Budding stars get a lesson in what it takes to make it



Sitting in synagogue Shabbat mornings when he was young, Broadway composer Andrew Lippa was enthralled with the Torah service.

“The Torah service is high theater as anybody can attest,” he explained. “You sing this fantastic music and then 50-foot high doors open,” pieces of silver glitter sparkle as the Torah is brought out and a parade begins. Next, the Torah is raised as high as its bearer can manage.

“What is more theatrical than that?” asked Lippa, who has written music or lyrics, or both, for such well-known shows as Big Fish, I Am Harvey Milk, The Addams Family and You’re A Good Man, Charlie Brown.

Lippa spent last Wednesday afternoon with 30 high school students from Young Artists of America at the AMP by Strathmore in Rockville, showing them what it takes to make it on Broadway.


Musical theater “is harder work than you think it is. It’s not singing a song and putting on a play. It involves real commitment,” Lippa said, adding, “There is nothing casual about musical theater.”

Although busy with his latest show, I Am Anne Hutchinson, and finishing a score for an orchestra in China that will debut in December — “Guess who’s having Chinese food on Christmas day?” he joked — Lippa said he believes it’s important to work with young people. “I think it’s part of the job. I think it’s my responsibility,” he said.

Few young people involved in theater during high school and college will spend their entire careers on the stage, he said. Some with go on to direct or produce shows, and others will embark on entirely different paths. However, all of them will attend and support the theater throughout their lives.

Besides, he added, to these young people, “I’m close to a rock star. They love being around people who make these things.”

Modesty is not Lippa’s strong point. When he first greeted the students, he opened his arms wide and said, “I know, you can’t believe you are in the same room as Andrew Lippa.”

But he paused, turned serious, and said, “I am exactly like you. I love music. I love theater. I love telling stories. I just happen to be further down the road. That’s the only difference.”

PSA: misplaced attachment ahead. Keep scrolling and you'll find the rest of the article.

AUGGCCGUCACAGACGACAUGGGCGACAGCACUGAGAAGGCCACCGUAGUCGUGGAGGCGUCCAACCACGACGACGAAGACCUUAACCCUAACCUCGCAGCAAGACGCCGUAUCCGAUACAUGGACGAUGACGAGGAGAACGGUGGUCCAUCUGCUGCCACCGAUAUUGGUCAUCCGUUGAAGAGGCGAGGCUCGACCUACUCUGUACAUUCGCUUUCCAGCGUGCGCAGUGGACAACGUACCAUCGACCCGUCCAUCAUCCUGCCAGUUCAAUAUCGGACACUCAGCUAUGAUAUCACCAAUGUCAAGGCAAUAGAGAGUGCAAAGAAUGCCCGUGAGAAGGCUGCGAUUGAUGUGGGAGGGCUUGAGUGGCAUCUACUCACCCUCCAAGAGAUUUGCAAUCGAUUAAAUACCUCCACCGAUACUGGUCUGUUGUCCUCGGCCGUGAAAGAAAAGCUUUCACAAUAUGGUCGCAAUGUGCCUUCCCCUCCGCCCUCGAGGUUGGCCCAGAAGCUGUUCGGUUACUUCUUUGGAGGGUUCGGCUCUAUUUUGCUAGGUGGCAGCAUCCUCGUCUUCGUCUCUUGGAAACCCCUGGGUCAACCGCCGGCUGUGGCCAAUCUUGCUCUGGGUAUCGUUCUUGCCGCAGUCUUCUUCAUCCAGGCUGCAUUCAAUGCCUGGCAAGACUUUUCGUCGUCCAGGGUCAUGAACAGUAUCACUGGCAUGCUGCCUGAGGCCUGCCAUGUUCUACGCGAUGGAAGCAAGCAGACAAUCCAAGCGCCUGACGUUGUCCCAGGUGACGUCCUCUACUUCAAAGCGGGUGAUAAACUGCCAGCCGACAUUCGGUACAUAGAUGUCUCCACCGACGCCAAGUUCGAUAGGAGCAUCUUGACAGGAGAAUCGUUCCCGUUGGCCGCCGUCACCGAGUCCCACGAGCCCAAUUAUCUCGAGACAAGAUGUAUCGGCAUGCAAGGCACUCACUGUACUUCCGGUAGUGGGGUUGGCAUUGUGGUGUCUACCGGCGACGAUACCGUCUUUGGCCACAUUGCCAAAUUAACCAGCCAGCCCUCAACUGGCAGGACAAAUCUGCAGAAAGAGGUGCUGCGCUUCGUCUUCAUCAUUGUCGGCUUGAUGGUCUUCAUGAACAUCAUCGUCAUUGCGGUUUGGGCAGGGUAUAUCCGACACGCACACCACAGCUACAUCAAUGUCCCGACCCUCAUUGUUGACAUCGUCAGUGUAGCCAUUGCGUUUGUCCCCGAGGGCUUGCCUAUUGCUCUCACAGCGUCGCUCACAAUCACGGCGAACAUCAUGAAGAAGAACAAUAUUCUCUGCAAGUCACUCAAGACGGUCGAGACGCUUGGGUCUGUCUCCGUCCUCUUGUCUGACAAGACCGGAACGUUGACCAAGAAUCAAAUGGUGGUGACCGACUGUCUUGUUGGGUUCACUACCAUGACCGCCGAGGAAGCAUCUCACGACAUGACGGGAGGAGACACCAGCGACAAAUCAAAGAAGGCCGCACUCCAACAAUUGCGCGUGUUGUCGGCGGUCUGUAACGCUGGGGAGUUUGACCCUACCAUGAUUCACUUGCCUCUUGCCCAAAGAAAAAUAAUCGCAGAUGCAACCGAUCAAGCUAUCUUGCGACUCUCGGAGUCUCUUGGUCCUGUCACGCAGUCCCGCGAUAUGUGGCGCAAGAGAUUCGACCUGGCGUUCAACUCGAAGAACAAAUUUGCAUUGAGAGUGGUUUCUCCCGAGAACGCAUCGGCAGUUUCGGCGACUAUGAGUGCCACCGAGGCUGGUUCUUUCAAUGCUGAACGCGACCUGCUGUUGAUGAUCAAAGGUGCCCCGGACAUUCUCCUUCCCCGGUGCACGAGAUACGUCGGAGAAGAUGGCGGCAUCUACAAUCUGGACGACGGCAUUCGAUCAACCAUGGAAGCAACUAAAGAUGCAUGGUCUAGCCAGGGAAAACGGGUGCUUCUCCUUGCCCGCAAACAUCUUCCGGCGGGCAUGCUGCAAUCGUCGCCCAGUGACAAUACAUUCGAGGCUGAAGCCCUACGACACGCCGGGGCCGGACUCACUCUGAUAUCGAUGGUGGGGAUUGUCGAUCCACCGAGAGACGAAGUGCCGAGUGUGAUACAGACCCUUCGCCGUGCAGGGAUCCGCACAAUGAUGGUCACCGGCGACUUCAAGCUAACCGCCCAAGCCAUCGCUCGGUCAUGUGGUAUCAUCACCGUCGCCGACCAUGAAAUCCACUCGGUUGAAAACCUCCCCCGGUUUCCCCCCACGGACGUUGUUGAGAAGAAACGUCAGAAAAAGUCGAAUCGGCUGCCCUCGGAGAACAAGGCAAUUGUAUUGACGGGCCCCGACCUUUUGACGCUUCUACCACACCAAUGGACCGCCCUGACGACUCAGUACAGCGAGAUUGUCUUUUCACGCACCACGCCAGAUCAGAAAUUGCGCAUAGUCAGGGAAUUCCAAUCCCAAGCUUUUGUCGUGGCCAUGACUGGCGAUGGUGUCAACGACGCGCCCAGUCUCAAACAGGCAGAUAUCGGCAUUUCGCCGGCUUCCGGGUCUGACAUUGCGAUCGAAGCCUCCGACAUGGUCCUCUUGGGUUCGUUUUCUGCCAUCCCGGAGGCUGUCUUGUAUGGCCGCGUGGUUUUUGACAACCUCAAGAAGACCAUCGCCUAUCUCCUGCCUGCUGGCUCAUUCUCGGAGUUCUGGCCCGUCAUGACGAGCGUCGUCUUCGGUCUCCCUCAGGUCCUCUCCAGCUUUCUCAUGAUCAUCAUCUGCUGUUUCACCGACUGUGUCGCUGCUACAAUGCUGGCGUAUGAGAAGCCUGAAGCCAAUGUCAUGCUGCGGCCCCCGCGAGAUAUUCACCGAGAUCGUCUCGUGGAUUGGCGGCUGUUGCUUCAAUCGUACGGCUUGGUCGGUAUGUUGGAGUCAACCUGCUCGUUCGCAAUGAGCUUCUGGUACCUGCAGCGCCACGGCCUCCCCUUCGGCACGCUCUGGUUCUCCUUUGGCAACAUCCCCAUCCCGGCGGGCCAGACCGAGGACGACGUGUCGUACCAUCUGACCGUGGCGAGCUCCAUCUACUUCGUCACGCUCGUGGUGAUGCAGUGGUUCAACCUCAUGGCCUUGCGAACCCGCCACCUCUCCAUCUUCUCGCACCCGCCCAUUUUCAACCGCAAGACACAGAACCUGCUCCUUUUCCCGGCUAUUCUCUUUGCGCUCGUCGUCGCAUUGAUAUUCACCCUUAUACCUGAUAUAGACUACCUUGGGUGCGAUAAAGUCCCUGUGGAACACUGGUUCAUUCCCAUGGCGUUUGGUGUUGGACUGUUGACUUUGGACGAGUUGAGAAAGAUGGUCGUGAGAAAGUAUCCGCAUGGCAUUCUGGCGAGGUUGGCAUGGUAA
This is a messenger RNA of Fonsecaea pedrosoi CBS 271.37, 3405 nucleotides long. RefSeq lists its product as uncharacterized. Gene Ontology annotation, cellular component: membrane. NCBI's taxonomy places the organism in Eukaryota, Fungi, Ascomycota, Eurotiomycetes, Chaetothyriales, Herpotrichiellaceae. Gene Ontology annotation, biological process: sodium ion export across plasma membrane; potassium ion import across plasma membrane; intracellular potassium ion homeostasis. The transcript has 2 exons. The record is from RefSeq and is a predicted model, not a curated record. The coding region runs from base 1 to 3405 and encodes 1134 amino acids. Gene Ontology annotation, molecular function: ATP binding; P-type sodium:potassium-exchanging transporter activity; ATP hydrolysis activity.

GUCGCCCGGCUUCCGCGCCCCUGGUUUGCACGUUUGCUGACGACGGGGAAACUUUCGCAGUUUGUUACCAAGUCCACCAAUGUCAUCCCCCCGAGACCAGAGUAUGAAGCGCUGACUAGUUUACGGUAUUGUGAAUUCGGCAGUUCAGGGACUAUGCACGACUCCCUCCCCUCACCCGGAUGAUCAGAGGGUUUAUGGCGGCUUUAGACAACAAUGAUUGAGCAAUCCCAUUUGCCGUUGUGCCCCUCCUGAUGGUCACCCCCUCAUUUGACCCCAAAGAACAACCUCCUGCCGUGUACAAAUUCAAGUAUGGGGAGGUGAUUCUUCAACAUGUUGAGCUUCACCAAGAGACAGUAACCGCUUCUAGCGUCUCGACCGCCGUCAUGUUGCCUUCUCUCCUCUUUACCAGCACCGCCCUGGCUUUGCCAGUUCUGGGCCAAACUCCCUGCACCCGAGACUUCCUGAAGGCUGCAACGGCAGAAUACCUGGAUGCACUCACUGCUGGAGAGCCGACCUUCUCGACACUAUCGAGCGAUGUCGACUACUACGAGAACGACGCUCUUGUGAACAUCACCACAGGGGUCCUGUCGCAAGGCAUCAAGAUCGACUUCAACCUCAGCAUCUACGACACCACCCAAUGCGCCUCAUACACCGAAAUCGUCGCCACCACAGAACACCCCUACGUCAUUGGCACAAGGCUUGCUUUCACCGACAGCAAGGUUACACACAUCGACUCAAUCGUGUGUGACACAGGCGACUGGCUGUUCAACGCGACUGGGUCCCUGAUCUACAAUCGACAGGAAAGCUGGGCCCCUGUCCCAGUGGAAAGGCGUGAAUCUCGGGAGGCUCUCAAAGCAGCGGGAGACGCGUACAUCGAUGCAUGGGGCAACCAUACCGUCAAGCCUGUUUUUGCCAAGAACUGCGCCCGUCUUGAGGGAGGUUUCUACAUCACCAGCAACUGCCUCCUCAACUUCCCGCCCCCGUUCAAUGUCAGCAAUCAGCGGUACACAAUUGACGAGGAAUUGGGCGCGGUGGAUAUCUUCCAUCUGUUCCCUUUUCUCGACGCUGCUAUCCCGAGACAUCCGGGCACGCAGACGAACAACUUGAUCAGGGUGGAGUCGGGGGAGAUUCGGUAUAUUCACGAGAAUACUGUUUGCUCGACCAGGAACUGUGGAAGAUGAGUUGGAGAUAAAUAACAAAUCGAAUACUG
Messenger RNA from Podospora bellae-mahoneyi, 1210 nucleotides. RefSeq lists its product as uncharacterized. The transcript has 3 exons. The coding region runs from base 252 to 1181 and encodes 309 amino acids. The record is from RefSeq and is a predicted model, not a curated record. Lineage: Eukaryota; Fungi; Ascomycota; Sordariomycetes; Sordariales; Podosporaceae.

It took more than talent and hard work for him to get where he is, Lippa said during an interview before his class got underway. “I was given a certain set of gifts: music, chutzpah and a desire to get people to say ‘yes’ to me.”

He convinced Strathmore, the multidisciplinary arts center in North Bethesda, to showcase I Am Anne Hutchinson before it was finished, he said,  of the show about a woman who was banished from the Massachusetts Bay Colony for her religious views and teachings.

Most days for Lippa are creative days, spent writing, rehearsing or making a record, he said. Success has meant that “I’m encouraged and paid to spend time with my craziest ideas.”

Although he is proud of all his efforts, Lippa said his show, I Am Harvey Milk — Milk, about a gay man slain while serving on the San Francisco Board of Supervisors — is “as close to the bone as it gets for me.”
As a gay man, Lippa was reluctant to tackle the subject. But he went through a “time of personal reflection” before deciding to write the words and music for the show. He also sometimes acts in it, portraying Milk.

Lippa originally was a singer, and often sang with the cantor at his synagogue near his home in Oak Park, Mich. He was the featured little boy asking the Four Questions in a local PBS television special.
In high school, he learned to play piano, and “that really pushed me, although I thought I would be an actor.” Then, in a music composition class at the University of Michigan, “something clicked in me,” he said.

“I love writing lyrics, but music is the fun part. It’s the thing in my blood,” he said. However, he advised, go into this field only “if you want to know what disappointment feels like, if you want to know what self-recrimination feels like.”

Remember, he told the YAA students, “being uncomfortable is all part of it.”

YAA began almost five years ago by brothers Kristofer and Rolando Sanz. The former is a conductor at the Maryland Classic Youth Orchestras and an instrumental music teacher at Winston Churchill High School in Potomac, and the latter is an opera tenor who performs around the world.

They hold YAA classes at Churchill and Red Bridge Studios in Savage. They also run a two-week overnight summer camp at Sandy Spring Friends School in Sandy  Spring.

The Sanz brothers said they love working with teenagers.

“Their passion is endless,” Kristofer Sanz said.

His brother added, “These kids are sponges.”

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